MONTREAL, Oct. 23 /CNW Telbec/ - Today's decision by the European
Parliament to award the 2008 Sakharov Prize for Freedom of Thought to Hu Jia,
a Chinese human rights activist held since December 2007 for posting articles
online and giving interviews to foreign journalists, is welcomed with
enthusiasm by Reporters Without Borders.
"Europe is sending a very strong message of solidarity and hope to
Chinese prisoners of conscience, of whom Hu Jia is one of the best known,"
Reporters Without Borders said. "The Chinese government should heed Europe's
appeal for the release of Hu and other political prisoners. The Chinese
authorities are making a big mistake by treating him as a criminal and by
threatening both the Nobel Peace Prize jury and the European Parliament's
"The time has come to release Hu and those he defended peacefully,
including Chen Guangcheng, Shi Tao and Xu Zerong. This prize is also being
awarded for Hu's tireless work on behalf of the environment, AIDS suffers and
prisoners of conscience. China needs men and women like Hu.
"Our thoughts go out above all to Hu's wife, Zeng Jinyan, and their
daughter, who is about to celebrate her first birthday. Watched and harassed
by police officers stationed permanently outside her Beijing apartment
building, Zeng Jinyan will receive the news of this award with great emotion
and dignity, as she has always supported her husband's fight for human rights.
"We also hail the active support that Hu has received from the European
Parliament's members, especially those in the Greens and Alliance for Liberals
and Democrats groups that nominated him, and the courage of the parliament's
president, Hans Gert Pvttering."
It was Pvttering who announced to a full session of the parliament at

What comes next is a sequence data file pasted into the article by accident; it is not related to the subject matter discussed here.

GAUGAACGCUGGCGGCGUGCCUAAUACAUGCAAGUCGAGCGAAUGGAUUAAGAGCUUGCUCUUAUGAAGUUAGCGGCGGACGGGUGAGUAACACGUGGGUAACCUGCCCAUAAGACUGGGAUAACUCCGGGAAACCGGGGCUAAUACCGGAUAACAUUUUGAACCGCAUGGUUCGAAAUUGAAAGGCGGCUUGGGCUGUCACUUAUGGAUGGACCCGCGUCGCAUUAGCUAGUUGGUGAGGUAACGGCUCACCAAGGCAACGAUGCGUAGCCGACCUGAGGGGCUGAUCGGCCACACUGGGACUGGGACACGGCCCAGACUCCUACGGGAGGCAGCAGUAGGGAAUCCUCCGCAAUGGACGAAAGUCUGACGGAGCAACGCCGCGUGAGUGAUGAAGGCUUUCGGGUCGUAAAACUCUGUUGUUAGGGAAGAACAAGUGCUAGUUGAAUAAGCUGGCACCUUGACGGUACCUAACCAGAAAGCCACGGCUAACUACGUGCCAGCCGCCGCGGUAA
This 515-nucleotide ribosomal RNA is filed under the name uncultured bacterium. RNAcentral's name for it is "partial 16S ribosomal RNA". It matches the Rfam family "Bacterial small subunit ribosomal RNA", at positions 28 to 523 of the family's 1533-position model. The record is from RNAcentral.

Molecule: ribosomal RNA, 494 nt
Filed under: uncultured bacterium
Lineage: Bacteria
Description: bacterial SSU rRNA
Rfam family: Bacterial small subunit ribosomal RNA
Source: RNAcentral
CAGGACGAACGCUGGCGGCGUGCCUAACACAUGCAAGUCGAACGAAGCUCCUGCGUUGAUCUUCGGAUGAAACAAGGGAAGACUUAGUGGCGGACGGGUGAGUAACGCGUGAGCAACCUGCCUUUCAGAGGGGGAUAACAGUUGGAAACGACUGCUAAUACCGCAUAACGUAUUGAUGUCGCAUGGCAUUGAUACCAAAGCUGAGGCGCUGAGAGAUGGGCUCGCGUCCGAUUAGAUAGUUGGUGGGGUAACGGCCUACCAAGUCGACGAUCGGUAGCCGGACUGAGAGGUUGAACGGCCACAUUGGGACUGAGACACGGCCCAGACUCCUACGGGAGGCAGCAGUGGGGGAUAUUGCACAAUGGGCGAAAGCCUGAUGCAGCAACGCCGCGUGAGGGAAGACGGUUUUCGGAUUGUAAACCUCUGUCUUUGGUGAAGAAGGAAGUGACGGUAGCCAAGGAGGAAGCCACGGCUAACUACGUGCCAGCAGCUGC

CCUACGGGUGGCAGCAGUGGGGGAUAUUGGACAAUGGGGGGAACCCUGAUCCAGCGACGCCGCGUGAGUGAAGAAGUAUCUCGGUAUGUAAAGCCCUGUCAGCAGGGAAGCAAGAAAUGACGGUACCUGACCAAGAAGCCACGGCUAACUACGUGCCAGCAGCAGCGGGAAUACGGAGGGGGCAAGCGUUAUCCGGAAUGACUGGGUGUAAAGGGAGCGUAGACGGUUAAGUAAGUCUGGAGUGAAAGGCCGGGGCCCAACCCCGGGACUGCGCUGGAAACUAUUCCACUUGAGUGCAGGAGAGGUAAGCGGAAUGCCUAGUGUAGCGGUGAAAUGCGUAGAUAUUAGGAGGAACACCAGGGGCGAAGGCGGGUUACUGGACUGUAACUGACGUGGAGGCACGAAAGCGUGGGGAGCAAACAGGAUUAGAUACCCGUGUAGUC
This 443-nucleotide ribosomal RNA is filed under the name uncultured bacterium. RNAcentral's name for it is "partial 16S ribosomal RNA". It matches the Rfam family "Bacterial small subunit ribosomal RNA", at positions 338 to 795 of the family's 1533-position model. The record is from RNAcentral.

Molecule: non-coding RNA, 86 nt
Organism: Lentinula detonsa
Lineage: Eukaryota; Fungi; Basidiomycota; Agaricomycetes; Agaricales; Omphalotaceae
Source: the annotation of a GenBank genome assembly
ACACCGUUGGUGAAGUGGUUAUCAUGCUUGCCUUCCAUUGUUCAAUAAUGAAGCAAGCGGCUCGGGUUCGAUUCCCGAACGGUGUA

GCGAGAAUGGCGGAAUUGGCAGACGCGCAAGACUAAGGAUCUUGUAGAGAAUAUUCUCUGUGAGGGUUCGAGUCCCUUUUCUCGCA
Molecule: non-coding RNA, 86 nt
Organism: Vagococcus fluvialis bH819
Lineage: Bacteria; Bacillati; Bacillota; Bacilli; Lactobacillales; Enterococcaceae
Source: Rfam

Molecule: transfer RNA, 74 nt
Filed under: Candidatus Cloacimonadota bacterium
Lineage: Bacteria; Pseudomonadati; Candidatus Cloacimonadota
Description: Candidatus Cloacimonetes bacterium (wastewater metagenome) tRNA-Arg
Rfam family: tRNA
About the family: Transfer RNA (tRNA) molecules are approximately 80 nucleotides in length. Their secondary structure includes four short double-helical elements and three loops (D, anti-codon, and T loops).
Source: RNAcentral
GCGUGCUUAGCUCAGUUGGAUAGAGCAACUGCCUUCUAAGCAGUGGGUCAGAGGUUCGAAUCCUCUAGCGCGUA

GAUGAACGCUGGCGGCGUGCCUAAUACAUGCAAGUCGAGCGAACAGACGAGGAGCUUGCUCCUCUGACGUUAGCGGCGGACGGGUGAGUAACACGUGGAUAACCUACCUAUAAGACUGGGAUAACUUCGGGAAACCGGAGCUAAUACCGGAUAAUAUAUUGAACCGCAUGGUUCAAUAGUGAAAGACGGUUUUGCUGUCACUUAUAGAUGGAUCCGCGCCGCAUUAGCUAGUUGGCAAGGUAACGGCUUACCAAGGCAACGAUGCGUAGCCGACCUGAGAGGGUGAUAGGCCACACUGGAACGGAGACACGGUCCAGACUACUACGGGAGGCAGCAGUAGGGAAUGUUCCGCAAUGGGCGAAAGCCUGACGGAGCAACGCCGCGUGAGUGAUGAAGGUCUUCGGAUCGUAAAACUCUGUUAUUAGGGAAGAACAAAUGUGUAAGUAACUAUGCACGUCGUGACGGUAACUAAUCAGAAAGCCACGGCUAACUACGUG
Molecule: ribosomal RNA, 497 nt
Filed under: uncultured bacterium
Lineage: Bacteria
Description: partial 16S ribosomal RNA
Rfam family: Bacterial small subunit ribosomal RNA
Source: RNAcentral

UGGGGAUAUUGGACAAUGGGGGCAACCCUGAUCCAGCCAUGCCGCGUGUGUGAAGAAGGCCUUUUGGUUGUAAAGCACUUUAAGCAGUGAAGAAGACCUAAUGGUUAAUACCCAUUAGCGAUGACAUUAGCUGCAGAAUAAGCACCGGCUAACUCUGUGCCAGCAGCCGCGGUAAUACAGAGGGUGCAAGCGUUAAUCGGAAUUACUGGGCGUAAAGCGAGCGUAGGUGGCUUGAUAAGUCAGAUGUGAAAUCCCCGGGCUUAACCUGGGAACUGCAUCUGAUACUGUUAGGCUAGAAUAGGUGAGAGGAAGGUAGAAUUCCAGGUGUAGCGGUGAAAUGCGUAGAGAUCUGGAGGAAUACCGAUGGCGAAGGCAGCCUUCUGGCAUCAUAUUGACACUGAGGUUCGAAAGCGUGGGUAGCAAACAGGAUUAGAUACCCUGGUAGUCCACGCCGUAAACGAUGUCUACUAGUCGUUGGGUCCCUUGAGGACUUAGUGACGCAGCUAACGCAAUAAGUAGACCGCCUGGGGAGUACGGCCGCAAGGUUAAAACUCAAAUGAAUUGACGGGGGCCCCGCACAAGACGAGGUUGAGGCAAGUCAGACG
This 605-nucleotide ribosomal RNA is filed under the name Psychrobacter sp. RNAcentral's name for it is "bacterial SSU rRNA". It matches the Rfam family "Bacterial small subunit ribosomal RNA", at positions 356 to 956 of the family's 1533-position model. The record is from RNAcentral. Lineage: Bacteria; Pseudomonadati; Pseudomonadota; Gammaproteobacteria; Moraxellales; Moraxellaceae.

noon today that Hu Jia was this year's winner of the Sakharov Prize, which
will be awarded at a ceremony in Strasbourg in December.
The Chinese ambassador to Brussels warned that giving the Sakharov Prize
to Hu would have negative consequences for the European Union's relations with
China. "If the European Parliament should award this prize to Hu Jia, that
would inevitably hurt the Chinese people once again and bring serious damage
to China-EU relations," the ambassador wrote in a letter to Pvttering.
Aged 35, Hu was recently transferred to Beijing municipal detention
centre after spending five months in Hubai prison in Tianjin, 200 km east of
Beijing. He has not been getting the medicine he needs for a liver ailment and
has been punished several times for defending the rights of fellow inmates.
Arrested on 27 December 2007 on a charge of "inciting subversion of state
authority," Hu was tried on 18 March before a Beijing intermediate court for
posting information about matters of state on websites based abroad. The court
sentenced him on 3 April 2008 to three and a half years in prison.
A humanitarian activist since the start of the 1990s, Hu was involved not
only in HIV prevention and helping HIV/AIDS sufferers, but also in protecting
the environment and defending prisoners of conscience. He used the Internet,
especially his blog and videos, to expose the regime's repression of those who
defend human rights.
He was arrested and held incommunicado for 40 days in the spring of 2006
and, on his release, he was placed under house arrest. Police stationed around
the couple's apartment building prevented him from going out while his wife,
Zeng, was followed whenever she left the apartment.
Hu and Zeng were awarded the Reporters Without Borders - Fondation de
France special "China" prize in December 2007. Time magazine named Zeng as one
of the world's 100 most influential people in 2007.
For further information:
For further information: Katherine Borlongan, secretary general,
Reporters Without Borders, (514) 521-4111, Cell: (514) 258-4188, Fax: (514)